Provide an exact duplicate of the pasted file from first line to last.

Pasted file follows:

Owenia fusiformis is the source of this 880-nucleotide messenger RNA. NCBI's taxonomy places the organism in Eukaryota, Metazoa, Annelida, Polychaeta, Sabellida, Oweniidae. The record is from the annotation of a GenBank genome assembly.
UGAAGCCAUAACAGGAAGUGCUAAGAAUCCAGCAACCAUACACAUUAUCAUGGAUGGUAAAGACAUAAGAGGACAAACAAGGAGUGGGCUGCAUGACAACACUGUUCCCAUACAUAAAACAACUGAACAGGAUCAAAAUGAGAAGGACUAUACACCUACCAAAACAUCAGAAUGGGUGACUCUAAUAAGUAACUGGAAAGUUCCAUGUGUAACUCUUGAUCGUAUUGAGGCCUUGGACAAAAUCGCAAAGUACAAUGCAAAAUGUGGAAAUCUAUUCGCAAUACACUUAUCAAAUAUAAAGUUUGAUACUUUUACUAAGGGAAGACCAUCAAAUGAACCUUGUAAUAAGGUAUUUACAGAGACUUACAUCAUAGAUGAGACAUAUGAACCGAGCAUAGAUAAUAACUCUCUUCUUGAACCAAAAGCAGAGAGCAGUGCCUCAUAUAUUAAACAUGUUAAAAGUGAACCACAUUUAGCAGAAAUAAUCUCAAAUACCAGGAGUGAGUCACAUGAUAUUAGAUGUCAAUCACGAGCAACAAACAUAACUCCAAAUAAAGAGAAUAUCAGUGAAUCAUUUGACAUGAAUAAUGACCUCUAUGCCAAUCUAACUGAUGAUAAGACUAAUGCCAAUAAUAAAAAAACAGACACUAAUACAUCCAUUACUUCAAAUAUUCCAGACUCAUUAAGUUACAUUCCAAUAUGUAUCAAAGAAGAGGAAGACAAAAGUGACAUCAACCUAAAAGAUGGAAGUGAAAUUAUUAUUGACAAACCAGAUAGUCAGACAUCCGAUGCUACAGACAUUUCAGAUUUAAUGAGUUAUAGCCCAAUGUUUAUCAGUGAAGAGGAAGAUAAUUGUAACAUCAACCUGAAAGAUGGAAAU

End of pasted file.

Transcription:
Owenia fusiformis is the source of this 880-nucleotide messenger RNA. NCBI's taxonomy places the organism in Eukaryota, Metazoa, Annelida, Polychaeta, Sabellida, Oweniidae. The record is from the annotation of a GenBank genome assembly.
UGAAGCCAUAACAGGAAGUGCUAAGAAUCCAGCAACCAUACACAUUAUCAUGGAUGGUAAAGACAUAAGAGGACAAACAAGGAGUGGGCUGCAUGACAACACUGUUCCCAUACAUAAAACAACUGAACAGGAUCAAAAUGAGAAGGACUAUACACCUACCAAAACAUCAGAAUGGGUGACUCUAAUAAGUAACUGGAAAGUUCCAUGUGUAACUCUUGAUCGUAUUGAGGCCUUGGACAAAAUCGCAAAGUACAAUGCAAAAUGUGGAAAUCUAUUCGCAAUACACUUAUCAAAUAUAAAGUUUGAUACUUUUACUAAGGGAAGACCAUCAAAUGAACCUUGUAAUAAGGUAUUUACAGAGACUUACAUCAUAGAUGAGACAUAUGAACCGAGCAUAGAUAAUAACUCUCUUCUUGAACCAAAAGCAGAGAGCAGUGCCUCAUAUAUUAAACAUGUUAAAAGUGAACCACAUUUAGCAGAAAUAAUCUCAAAUACCAGGAGUGAGUCACAUGAUAUUAGAUGUCAAUCACGAGCAACAAACAUAACUCCAAAUAAAGAGAAUAUCAGUGAAUCAUUUGACAUGAAUAAUGACCUCUAUGCCAAUCUAACUGAUGAUAAGACUAAUGCCAAUAAUAAAAAAACAGACACUAAUACAUCCAUUACUUCAAAUAUUCCAGACUCAUUAAGUUACAUUCCAAUAUGUAUCAAAGAAGAGGAAGACAAAAGUGACAUCAACCUAAAAGAUGGAAGUGAAAUUAUUAUUGACAAACCAGAUAGUCAGACAUCCGAUGCUACAGACAUUUCAGAUUUAAUGAGUUAUAGCCCAAUGUUUAUCAGUGAAGAGGAAGAUAAUUGUAACAUCAACCUGAAAGAUGGAAAU